I'm not really one for wanting to pin blame actually, it's mostly a terrible mix of influences caused by a general societal attitude of "being different = bad" (which you're kinda not helping with here by reinforcing it). If I had to blame something or someone more specific, it'd probably be mostly the school, who should be monitoring behaviour (signs of bulling or being bullied), teaching kids what acceptable behaviour is, and keeping parents on both sides informed.
>there is no real brony issue here.
Yes and no. It's certainly a more general problem, of bullying, and attitudes towards others being different. It's a brony issue in that it's been identified (with I guess some benefit of the doubt) as the reason in this instance, and so the community has decided to set an example to the rest of society and help one of its own. NOTE: that doesn't mean we don't care about the rest of the world, but it only makes sense to start with a minimum of looking out for your own family and friends. If this means 1D fans will be later inspired to look out for a 1D kid who's been bullied for liking 1D (for example), great. If it's big and loud enough to influence society as a whole, wow, awesome. I don't expect that, but "you have to aim for the stars to get to the moon" and other such cliches.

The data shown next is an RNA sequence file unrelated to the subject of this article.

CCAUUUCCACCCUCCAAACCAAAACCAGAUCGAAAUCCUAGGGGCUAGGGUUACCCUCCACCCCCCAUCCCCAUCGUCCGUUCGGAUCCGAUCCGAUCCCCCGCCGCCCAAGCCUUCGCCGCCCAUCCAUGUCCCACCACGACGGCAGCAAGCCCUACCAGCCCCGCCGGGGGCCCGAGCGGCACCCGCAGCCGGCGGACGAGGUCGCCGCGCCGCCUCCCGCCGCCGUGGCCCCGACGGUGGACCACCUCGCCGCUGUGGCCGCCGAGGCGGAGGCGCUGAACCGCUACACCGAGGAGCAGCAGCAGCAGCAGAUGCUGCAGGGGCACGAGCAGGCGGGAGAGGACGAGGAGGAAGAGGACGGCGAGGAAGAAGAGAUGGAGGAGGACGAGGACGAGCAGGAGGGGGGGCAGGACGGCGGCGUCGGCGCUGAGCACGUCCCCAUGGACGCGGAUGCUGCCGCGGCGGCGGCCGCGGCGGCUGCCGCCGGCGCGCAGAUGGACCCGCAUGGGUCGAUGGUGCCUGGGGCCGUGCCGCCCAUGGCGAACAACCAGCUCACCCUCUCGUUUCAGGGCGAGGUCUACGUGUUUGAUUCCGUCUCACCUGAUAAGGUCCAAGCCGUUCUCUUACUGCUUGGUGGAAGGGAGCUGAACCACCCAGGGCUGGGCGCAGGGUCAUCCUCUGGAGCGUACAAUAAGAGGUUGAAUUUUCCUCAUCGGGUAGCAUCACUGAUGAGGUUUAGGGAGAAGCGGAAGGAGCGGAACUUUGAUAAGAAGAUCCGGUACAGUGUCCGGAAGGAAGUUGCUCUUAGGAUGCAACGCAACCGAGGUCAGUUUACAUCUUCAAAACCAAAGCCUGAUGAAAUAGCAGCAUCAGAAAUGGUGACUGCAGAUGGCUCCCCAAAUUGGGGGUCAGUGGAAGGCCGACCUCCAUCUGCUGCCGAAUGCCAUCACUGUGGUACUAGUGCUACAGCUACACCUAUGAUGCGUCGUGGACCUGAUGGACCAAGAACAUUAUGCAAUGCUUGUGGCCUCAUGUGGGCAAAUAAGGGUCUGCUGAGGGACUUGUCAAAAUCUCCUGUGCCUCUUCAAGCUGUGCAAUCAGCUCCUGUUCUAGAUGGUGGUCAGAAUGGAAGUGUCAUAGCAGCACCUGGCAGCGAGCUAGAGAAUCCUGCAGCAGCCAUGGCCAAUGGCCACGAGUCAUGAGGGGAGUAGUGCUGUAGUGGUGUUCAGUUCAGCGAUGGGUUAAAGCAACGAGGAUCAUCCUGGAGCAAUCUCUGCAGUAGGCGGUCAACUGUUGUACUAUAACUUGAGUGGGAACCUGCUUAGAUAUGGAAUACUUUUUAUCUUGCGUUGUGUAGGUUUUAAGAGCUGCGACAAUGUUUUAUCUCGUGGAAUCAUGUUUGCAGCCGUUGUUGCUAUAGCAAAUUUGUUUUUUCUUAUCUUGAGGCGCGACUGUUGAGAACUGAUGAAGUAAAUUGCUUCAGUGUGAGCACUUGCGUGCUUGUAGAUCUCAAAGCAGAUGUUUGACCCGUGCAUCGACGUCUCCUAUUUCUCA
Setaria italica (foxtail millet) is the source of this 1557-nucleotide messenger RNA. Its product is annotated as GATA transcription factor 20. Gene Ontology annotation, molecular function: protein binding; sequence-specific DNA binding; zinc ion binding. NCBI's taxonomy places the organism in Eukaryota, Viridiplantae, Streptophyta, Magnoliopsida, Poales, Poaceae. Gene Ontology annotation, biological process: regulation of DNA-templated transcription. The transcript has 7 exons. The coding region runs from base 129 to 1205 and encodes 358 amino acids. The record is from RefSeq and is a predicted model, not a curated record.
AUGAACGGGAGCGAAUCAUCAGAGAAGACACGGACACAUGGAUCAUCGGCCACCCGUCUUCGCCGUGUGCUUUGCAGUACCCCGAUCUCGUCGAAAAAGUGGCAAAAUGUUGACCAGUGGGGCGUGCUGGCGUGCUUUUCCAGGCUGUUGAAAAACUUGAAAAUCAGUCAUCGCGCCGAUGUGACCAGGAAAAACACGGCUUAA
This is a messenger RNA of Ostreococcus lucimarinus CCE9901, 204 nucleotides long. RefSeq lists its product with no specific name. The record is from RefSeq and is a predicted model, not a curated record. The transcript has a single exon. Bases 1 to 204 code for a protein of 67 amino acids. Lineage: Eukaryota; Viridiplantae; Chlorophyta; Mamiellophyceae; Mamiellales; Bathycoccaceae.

The overall societal attitude CAN change - ever notice how it's now perfectly acceptable for girls to like boys' things, have more traditionally "male" interests, and for them to start careers when they get older instead of being housewives? Right. And yet if a boy likes a girls' thing, oh no, that's gay, he must be stopped. This is the attitude we're trying to discourage. I think we're just a bit behind still on the male side.
>four chan likes to be thought of as the bad guys. we are are not that bad really.
Weren't you telling me in another thread how extremely horrible they can be and the various horrors you've seen there? If you go to any other forum or even chan I can think of online, they're not going around posting gore and CP and trying to get people to kill themselves.
>sometimes it just pays to fit in
Only in the short term, most when others are not understanding acceptable behaviour towards others. Being forced to pretend to be someone else to fit in causes all sorts of problems in the longer term and feeds into society's festering closed-mindedness. Heck, is it any wonder depression is rife these days when it's so strongly encouraged to change yourself to suit everyone else, who are probably all itching to be themselves too...